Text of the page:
BEND, OR -- A week after the deal to develop a managed homeless camp in Bend fell apart, Deschutes County Commissioner Phil Chang believes there may still be a path forward. He was the lone Commissioner opposed to backing out of the plan, "I think that there is a major strain between at least two of the Board of Commissioners and the Bend City Council," Chang told KBND News Tuesday, "And, we’re going to have to mend some fences, build trust, communicate a lot and come up with some well thought out partnership plans in order to patch that up."
After initially agreeing to help secure a service provider to manage the city's planned camp on Murphy Road, Commissioners Tony DeBone and Patti Adair voted to back out. Chang says, "I don’t think that they are entirely closed to the idea of managed camping or safe parking anywhere in the Bend vicinity. But, they did not indicate a willingness to proceed with seeking developers and operators on Wednesday. My hope is that there will be some movement, maybe when emotions cool a little bit."
He believes a managed camp can work. Chang points to Medford, where he says a managed camp is helping protect campers and neighbors, "It’s got a fence that is closed at night. It has some temporary carport structures over wood shipping pallets that people can set tents up on, water tank, porta-potties. So, basic infrastructure. But what’s really, really important about Medford Urban Campground #1 is that it has 24/7 management." Chang says that management includes established structures, pre-screening and rules. And, space for service providers to help campers take steps out of homelessness.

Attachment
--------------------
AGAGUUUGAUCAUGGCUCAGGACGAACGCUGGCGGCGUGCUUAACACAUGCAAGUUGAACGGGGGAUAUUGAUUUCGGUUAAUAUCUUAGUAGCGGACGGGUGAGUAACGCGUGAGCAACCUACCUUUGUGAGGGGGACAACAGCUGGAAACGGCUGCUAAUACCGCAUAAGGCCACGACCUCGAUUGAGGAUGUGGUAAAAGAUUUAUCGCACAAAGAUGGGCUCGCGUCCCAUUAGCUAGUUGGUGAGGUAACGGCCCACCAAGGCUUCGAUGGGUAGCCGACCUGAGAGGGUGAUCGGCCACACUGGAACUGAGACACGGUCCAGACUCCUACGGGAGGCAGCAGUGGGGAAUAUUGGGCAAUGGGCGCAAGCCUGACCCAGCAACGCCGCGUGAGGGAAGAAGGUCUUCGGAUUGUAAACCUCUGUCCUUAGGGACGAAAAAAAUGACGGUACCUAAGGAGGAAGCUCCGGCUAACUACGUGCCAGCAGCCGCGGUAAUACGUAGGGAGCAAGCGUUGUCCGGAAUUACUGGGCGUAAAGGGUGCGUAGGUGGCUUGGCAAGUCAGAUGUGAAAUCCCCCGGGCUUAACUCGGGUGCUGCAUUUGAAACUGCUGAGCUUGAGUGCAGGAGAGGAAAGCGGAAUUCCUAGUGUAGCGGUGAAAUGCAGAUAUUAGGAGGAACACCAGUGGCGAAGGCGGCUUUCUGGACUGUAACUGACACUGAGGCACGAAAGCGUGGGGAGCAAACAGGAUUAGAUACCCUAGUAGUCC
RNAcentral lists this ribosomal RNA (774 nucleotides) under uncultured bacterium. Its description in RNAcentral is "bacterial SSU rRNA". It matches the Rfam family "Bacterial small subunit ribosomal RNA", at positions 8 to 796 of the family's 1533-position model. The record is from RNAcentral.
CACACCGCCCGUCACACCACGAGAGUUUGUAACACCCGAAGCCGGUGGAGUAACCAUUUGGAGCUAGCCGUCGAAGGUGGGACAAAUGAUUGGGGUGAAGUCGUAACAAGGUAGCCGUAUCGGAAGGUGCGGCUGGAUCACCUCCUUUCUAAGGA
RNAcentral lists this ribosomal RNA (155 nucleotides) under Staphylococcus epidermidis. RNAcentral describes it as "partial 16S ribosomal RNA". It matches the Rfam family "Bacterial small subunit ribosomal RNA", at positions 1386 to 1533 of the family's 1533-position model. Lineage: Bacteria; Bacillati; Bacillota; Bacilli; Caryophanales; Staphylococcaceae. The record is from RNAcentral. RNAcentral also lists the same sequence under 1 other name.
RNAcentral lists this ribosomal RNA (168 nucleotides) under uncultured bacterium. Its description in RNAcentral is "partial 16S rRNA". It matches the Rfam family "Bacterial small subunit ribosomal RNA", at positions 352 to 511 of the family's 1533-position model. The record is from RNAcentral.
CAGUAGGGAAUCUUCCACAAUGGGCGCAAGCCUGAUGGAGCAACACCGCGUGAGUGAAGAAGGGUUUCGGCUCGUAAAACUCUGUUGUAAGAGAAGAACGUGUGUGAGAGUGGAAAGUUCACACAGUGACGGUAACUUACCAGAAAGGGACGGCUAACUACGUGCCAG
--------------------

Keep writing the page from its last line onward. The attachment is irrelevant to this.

Chang says in the past few weeks, he's heard from dozens of people; some oppose the proposed Murphy Road location, others worried about the current sanctioned camp at Hunnel Road - a site that needs to be cleared for road construction, "I have heard from people in the China Hat area who are concerned that dispersing people from Hunnell Road will send more people to China Hat Road." He believes that’s exactly what will happen without a plan, "When you close one unauthorized homeless encampment without presenting people an authorized, planned, developed, managed, serviced place to go, they just go some other place that’s unauthorized."